So have you ever come across a piece of furniture, say a desk, which would look just fantastic if only it didn’t have that big scratch on top?
Me too. And then I discovered the art of decoupage.
Interestingly, the word decoupage comes from the French verb decouper which means ‘to cut out.’ How appropriate, because that is precisely what’s involved. Simply put, just:
- tear pieces of paper into various shapes (I’m partial to using scrapbook paper);
- glue each piece of paper to the top of the desk, one-piece-at-a-time (I use decoupage glue);
- once all pieces are glued and the glue has dried, brush the decoupage glue on top of all pieces of paper (be sure to completely cover each piece of paper and any space in between); and
- let the decoupage glue dry (you can brush on additional coats for durability if you like).
Yes, it really is that simple. If you are new to decoupage, though, you may want to practice on something not-so-essential-to-your-happiness first.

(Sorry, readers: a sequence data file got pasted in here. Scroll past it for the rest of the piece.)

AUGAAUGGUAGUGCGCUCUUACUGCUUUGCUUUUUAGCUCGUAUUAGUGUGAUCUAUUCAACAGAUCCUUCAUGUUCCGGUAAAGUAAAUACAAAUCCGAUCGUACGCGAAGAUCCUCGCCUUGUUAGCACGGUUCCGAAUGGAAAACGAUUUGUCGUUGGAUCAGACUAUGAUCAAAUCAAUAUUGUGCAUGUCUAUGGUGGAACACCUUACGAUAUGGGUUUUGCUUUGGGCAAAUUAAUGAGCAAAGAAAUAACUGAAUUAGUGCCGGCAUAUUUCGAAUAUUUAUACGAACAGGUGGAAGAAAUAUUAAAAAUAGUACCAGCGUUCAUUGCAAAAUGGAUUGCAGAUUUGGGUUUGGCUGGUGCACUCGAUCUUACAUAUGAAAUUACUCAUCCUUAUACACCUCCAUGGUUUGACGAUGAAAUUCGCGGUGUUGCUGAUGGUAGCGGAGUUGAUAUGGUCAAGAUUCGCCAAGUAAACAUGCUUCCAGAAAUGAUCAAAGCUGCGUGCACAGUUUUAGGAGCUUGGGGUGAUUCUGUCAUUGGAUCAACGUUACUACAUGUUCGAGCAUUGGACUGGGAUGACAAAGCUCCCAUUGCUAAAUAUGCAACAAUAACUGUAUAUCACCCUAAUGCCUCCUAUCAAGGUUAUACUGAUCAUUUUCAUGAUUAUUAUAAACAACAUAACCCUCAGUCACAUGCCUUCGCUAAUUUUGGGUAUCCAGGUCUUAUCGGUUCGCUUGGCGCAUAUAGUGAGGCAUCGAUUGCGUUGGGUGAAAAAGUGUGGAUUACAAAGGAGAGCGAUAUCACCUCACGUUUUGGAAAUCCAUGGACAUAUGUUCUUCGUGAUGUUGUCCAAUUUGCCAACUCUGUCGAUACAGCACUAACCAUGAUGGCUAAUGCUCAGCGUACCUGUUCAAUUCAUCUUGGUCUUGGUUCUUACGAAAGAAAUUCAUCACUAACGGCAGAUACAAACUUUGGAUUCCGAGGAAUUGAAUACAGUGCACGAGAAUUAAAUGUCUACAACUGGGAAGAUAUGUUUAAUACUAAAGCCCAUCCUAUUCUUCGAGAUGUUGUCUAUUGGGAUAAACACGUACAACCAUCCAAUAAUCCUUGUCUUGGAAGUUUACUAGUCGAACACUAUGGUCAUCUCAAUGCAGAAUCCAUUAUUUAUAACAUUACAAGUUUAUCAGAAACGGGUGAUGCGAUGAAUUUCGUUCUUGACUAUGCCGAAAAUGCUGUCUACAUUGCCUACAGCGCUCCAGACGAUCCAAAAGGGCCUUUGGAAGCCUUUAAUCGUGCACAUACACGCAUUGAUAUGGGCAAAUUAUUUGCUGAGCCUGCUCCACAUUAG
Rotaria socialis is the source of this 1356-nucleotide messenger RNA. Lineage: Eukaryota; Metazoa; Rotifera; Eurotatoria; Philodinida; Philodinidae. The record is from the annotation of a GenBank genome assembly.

Below is a picture of a desk that I decoupaged a short time after I opened my store.
I tend to find that desks, in particular, are good candidates for using the art of decoupage. In searching for pieces for my store, I often come across vintage desks that are in excellent condition, except for the tops. When this happens, typically what I do is paint the desk (if I’m not content with the current color) and decoupage the top with coordinating paper.
So fun, and very durable.
Not only is decoupaging a clever way to conceal minor imperfections; but considering how easy it is to find paper with various designs and colors, it’s also a great technique for personalizing a piece.
So next time you come across that awesome desk, with not-so-awesome scratches, or just want to give your desk a personal touch, give decoupage a try!